It’s Easter.   I’m sitting with my coffee with an Easter egg, enjoying the delicious blending of coffee and chocolate while reading, with considerable pleasure it has to be said, some fascinating traffic on the blogs around the world – many of them debating the merits or otherwise of the Khan Academy and the recent speech at TED by the Academy’s founder Salman Khan.   Then suddenly it occurs to me that Easter and the Khan Academy have much in common.


It is worth remembering that, even before the secular exploitation of Easter, this time of year was a major feast day in the Christian calendar, more important than Christmas.  What is sometimes overlooked is the simple but established fact that much of the Christian symbolism used at this time in the Easter story predates the Christian faith.   Dating the timing of the celebration via the vernal equinox was already established before Christianity subsumed the date, the notion of a god returning from the dead after three days in the tomb was established, even the use of the egg and the rabbit (albeit in the form of a hare) predates the Christian tradition.  (For more on this visit .)  


Without wishing to alienate any Christian readers, something that is a huge component of Western life such as Easter has been absorbed into the psyche of our culture to the extent that we no longer question its origins.    This is the link to the Khan Academy and our views on education.  Some of the internet traffic in support of the Academy is suggesting that it can revolutionize education.   (For those who may be unfamiliar with the Khan Academy it is, in essence, a large collection of screen-capture style videos providing  primarily math and science instruction.   They were originally developed by a financial bureaucrat to assist his cousins learn mathematic concepts but, almost accidentally, became very popular on youtube -despite their amateur nature.  The site has grown beyond its lowly origins and is now sponsored by Bill Gates.   The site can be visited here. )   It is somewhat perplexing  that one of the most discussed educational sites on the internet is one created by a financial analyst, not an educator,  and sponsored by a businessman – again, not an educator.  


I have blogged previously about the amateur nature of the Khan Academy videos – particularly those created early on.  However, with the surge in popularity and the praise it is now receiving on blogs around the globe it occurs to me that educators are accepting a model of teaching devised in an earlier age without question.  The model of “chalk and talk” delivery is no longer a preferred model of teaching for good reasons.  Yet here is the Khan Academy, providing nothing more than the modern day version of this technique,  being hailed as some sort of modern messiah of education. “Chalk and talk” via video is still “chalk and talk”.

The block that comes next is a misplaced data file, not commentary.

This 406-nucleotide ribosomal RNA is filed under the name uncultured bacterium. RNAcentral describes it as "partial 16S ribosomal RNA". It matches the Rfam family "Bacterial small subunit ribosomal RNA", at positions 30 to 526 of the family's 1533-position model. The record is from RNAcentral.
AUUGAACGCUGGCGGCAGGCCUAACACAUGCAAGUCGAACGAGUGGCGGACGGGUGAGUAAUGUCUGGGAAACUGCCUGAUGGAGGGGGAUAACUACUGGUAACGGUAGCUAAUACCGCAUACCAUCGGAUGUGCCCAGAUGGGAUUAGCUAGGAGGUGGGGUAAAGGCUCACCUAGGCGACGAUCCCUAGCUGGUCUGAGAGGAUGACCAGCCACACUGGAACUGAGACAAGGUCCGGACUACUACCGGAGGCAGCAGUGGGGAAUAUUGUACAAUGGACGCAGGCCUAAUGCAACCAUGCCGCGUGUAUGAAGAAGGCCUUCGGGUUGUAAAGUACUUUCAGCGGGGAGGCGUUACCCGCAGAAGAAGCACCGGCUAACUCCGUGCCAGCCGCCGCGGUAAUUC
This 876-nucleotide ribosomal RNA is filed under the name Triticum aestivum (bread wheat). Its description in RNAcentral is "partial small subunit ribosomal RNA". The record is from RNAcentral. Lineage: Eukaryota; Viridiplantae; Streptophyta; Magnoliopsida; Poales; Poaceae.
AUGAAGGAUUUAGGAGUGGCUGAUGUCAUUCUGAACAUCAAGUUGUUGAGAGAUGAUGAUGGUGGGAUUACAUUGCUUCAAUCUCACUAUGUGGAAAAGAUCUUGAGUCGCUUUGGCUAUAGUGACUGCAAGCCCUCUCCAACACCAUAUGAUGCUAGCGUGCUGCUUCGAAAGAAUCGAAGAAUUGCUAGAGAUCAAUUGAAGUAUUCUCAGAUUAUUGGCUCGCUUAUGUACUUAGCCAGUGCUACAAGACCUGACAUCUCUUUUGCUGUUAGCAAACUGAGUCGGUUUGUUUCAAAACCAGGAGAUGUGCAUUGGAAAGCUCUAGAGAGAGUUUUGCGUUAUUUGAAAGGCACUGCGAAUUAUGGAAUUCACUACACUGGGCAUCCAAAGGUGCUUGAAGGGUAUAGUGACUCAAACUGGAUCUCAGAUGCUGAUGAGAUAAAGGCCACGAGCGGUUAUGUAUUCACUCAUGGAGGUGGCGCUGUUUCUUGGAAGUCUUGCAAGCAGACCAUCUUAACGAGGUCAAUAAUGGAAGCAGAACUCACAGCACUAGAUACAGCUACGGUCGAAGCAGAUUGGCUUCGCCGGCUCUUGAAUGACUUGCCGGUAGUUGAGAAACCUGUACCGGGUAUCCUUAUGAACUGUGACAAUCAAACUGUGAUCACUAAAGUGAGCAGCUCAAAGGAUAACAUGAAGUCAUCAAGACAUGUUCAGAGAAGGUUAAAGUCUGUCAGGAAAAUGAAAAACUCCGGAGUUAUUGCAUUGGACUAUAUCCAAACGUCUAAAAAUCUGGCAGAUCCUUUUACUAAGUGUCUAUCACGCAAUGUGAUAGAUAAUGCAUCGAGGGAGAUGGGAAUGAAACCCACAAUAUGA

There is merit in the Khan Academy.   However, it lacks some essential elements for me to see it as anything other than another teaching tool – albeit a potentially powerful one.

  1. Where is the motivation of the student taken into account? 
  2. Is the Kahn Academy anything more than an electronic version of a text book?
  3. The approach taken by the Kahn Academy is useful as tutorials for specific skills.  This is what it is designed to do and so it may seem odd to criticise it for this feature.  However, every educator will stress the importance of students being able to synthesise their knowledge, of being able to see the whole rather than simply the part.  The Kahn Academy seems an unlikely vehicle to advance this. It does not currently require students to “join the dots” and make connections between subject matter in the manner that one hopes effective teachers would do.
  4.  The Kahn Academy seems to be reflecting “old world” attitudes with “new world” technology – but the underlying assumption is the age old one of the empty vessel being filled by the wisdom of the virtual teacher.  It is a reflection of the attitude that education is nothing more than the transmission of skills – which should not be confused with understanding or insight – and certainly not wisdom.  Students all over the world have voted with their feet given this attitude – the “failure” to graduate rate  in the USA is consistently reported to hover around 30% of High School students.  Surely this is, at least partly, a reaction to the lack of engagement of students?  True, some students may respond well to a video format such as that offered by the Khan Academy.  But the real problem is not just the format of lessons – it is the content of the curriculum itself.  The Kahn Academy is not progressing this – it is simply repackaging the existing – and failing – curriculum.

So, the Kahn Academy does have merit – but it is not the savior of schooling.   When attempting to reform education we need to examine our starting points – the assumptions originally used to establish our model of schooling may no longer be current.   For example, how could the existence of the internet change the educational paradigm if we were not constrained by our current mindset of what constitutes “schooling”?  How could the prospect of 1:1 child to computer ratio impact on classroom practice?  Indeed, what does a classroom look like if it is designed around the presence of mobile computing devices with ubiquitous access to the internet?

These and other questions should be addressed if we are to maximize the opportunities that digital technology offers and turn schooling into education – which no doubt will include the use of sites such as the Khan Academy.   

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Tags: Education, Khan-academy, school-reform, teaching, video-in-schools


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